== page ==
<span class="smallCaps">five</span> Beautiful Life: Mendelssohn, Hegel, and Rosenzweig

Bruce Rosenstock

in Philosophy and the Jewish Question

Published by Fordham University Press

Published in print December 2009 | ISBN: 9780823231294
Published online March 2011 | e-ISBN: 9780823235520 | DOI:
five Beautiful Life: Mendelssohn, Hegel, and             Rosenzweig

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This chapter discusses Georg Wilhelm Friedrich Hegel's early theological writings, with special attention to The Spirit of Christianity and its Fate. Hegel considered Immanuel Kant's religion of reason to be too “sublime,” too far removed from the “beauty” of a this-worldly communion of worshipers who had overcome their empirical particularity not by joining a noumenal Kingdom of Ends but by loving one another. Hegel turns to Kant's Critique of the Power of Judgment in order to find an alternative model of how infinity and finitude can be joined in the beauty of organic form. Hegel builds his conception of Christianity as the religion of beauty against the ugliness of Judaism, a religion of lifeless, loveless individualities whose existence is premised on the worthlessness of all of nature in comparison with their abstract God.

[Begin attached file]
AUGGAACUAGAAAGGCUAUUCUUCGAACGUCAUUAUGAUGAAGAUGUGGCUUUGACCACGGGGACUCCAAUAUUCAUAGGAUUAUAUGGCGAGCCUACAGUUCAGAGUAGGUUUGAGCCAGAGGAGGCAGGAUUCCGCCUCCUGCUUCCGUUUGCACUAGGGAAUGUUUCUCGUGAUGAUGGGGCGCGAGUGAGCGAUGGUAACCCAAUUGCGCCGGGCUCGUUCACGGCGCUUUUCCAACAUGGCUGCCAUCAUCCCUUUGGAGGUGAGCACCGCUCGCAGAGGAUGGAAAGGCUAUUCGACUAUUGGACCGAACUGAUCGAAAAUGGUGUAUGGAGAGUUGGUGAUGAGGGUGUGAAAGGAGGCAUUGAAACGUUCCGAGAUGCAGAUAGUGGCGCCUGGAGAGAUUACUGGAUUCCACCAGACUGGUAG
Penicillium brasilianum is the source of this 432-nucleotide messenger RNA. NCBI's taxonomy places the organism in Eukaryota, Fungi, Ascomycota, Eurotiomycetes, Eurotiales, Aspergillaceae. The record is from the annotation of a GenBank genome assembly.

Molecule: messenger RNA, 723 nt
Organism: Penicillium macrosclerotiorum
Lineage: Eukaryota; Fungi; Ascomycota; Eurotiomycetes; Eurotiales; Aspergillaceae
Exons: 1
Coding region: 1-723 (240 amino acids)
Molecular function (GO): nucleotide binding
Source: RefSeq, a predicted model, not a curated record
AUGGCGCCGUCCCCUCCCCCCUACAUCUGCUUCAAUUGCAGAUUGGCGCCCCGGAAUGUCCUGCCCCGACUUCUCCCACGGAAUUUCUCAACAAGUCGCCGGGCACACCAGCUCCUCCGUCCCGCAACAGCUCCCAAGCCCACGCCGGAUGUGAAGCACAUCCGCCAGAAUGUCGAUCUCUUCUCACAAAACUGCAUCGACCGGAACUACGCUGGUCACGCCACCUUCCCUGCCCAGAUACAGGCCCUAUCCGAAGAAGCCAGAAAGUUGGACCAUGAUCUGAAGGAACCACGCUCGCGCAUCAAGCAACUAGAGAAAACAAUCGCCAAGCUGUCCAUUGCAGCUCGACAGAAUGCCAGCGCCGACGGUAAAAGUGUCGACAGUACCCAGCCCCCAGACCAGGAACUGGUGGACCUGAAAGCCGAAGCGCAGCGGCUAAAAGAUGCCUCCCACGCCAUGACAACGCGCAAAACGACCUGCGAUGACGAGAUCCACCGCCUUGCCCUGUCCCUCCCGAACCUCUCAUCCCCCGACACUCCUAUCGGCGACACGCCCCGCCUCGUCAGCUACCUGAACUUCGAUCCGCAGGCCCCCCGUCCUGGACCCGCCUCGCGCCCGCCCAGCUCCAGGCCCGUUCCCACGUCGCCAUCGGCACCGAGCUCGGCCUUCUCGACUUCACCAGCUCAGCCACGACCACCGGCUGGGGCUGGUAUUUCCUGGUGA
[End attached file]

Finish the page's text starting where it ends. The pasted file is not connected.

Keywords: Georg Wilhelm Friedrich Hegel; Immanuel Kant; religion; reason; Christianity; Judaism; nature; God; infinity; finitude

Chapter.  17241 words. 

Subjects: Philosophy of Religion

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